I always go to my local gym every Tuesdays and Fridays, doing weight-lifting and cardio. Every time the gym is packed, I always see a lot of fat guys lifting enormous amounts of weight. This can be in the form of deadlifts or bench presses.
So, why are fat people strong?
Fat people have the ability to gain muscle easier due to the abundance of fuel and energy stored in their bodies. They are able to convert this into muscle as soon as they do any form of physical exercise. Fat people also carry more weight around, so daily movements like, walking, running, standing up or sitting down will cause muscle growth.
Is it true? The answer may surprise you because it’s simple. However, there’s a lot of science going on as well. Read on to find out more about this intriguing question!
Going back to my story, you can actually see a correlation between strength and the amount of fat a person has. I’m pretty sure that my experiences in the gym are not only exclusive to me.
The more you go to gyms, the more kinds of people you’ll see. There’s that beginner who’s still clumsy and conscious about how he uses gym equipment. Then, there’s the savvy veteran that’s always hanging out near a cage. Finally, there’s also the toned women doing squats.
As for these people, they usually only do bench presses, deadlifts, and squats. However, they do these in incredible fashion. When we mean “lifting” we’re talking about people lifting weights that reach above 300 pounds!
That’s backed up even more when you shift your focus from your local gym to the Olympics. Every Olympics, you’d always notice that fatter men are winning weightlifting competitions as opposed to the lean ones.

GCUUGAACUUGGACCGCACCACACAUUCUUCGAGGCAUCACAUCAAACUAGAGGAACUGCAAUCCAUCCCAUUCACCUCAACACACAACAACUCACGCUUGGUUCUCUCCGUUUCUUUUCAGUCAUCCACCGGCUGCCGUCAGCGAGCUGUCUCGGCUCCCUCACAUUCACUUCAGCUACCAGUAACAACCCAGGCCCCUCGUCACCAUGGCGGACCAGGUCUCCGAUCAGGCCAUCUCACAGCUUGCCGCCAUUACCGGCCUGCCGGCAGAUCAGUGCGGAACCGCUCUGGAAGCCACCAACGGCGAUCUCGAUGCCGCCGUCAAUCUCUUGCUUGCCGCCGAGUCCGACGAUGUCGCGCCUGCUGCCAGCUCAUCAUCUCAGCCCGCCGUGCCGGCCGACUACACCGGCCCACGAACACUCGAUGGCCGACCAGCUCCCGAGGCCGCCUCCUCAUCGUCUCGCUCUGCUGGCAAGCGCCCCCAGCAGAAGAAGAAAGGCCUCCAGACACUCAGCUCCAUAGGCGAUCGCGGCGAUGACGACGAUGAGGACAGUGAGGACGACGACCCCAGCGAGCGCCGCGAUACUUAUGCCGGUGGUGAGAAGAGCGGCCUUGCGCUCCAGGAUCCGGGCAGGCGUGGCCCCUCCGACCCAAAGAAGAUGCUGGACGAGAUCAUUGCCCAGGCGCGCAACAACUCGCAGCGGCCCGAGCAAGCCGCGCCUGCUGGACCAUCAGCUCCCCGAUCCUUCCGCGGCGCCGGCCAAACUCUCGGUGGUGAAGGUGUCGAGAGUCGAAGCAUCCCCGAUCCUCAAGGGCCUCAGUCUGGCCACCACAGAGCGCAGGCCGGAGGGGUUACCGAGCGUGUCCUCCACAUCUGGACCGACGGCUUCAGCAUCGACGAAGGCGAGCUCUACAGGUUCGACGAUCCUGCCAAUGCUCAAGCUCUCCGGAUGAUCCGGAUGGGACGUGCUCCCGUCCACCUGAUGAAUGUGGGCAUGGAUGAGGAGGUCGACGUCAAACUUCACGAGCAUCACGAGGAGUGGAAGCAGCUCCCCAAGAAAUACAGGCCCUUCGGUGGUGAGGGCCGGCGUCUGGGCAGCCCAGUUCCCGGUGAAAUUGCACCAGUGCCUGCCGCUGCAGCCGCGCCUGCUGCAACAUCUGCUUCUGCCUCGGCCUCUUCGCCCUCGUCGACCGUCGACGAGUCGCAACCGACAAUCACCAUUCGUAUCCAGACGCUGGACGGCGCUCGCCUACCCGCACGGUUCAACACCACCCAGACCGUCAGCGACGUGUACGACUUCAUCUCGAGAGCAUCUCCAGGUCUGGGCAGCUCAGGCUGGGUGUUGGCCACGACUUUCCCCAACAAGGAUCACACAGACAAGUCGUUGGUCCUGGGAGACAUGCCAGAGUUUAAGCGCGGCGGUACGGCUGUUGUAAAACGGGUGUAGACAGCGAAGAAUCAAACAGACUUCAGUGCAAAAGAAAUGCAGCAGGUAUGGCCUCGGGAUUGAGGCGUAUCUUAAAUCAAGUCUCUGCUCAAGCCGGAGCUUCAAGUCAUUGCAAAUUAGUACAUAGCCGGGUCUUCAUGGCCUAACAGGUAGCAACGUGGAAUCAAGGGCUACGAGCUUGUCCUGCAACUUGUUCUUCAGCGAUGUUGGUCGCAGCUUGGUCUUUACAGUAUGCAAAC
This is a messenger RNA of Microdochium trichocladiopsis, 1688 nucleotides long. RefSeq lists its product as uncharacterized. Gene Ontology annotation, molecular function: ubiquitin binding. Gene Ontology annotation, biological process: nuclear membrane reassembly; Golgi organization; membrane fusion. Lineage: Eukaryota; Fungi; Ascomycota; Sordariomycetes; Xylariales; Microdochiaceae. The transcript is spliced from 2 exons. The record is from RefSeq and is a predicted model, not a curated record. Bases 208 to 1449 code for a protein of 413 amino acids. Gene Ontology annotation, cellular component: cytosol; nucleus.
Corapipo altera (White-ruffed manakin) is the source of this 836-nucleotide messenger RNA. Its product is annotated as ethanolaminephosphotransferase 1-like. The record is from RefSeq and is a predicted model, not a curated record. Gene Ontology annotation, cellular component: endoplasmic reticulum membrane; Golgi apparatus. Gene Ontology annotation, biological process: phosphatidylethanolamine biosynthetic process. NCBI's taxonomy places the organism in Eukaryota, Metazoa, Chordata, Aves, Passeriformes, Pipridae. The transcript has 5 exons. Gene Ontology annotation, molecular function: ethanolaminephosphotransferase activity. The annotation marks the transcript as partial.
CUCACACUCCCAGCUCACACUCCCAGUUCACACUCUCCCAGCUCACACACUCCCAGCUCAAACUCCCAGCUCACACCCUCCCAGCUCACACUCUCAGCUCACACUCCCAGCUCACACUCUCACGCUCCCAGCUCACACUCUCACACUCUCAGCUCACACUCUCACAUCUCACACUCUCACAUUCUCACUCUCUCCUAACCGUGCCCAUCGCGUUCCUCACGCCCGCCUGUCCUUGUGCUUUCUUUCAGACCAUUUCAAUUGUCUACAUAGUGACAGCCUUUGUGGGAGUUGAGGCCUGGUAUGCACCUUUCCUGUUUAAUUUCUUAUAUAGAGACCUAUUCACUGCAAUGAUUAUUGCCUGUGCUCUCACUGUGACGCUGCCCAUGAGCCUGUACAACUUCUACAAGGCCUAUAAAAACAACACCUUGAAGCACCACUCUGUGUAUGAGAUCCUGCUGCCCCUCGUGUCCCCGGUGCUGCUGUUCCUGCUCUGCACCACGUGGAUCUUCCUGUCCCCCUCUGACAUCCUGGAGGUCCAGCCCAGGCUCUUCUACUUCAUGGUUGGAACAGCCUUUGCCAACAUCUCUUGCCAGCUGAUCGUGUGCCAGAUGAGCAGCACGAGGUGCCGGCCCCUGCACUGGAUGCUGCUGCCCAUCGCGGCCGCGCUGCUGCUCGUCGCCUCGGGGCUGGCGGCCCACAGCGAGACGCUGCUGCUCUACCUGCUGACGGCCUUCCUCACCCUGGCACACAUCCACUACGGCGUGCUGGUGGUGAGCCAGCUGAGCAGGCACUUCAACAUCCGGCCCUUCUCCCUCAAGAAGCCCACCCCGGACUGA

Moreover, iconic wrestlers like “Andre the Giant” and “The Big Show” in World Wrestling Entertainment are other concrete examples. In the NBA, the iconic Shaquille O’neal was regarded as the strongest basketball player of all time.
The answer to why fat people are strong can be divided into three different categories. These tackle the connection between mass, the muscle recovery, and the help of large calorie intakes.
To further explain this, let’s use the Sumo wrestlers as an example. Sumo wrestlers gain massive fat by eating a ton of noodles and rice. Chanko Nabe is a famous dish of these heavyweights that gives them a lot of protein, calories, and carbohydrates.
This here is really simple. Basically, the more you eat, the more nutrients (and unhealthy substances) you store. When you start shredding your muscles in the gym, and you eat a lot right after, your recovery will be faster.
Of course, there’s the healthy diet that’s high in protein for those who are looking to shed body fat. Protein is the number one nutrient that feeds your muscles. However, eating only protein-packed food can be challenging. Not to mention, this kind of diet is more directed to those who are looking for body aesthetics, not strength.
The last category is somehow connected to the recovery of your muscles. Since eating lots of food means you’re getting more calories, this also means you have more energy to spend.
Being fat doesn’t necessarily translate to being strong. Remember, all those gold medalists in weightlifting competitions didn’t achieve that just by eating. To be exceptionally strong, they go through heavy training and immense strength-conditioning.
If you found this post interesting, you may also be interested in What Height Is Considered Tall for a Man and a Woman, as taller people are often also stronger! Thanks for reading.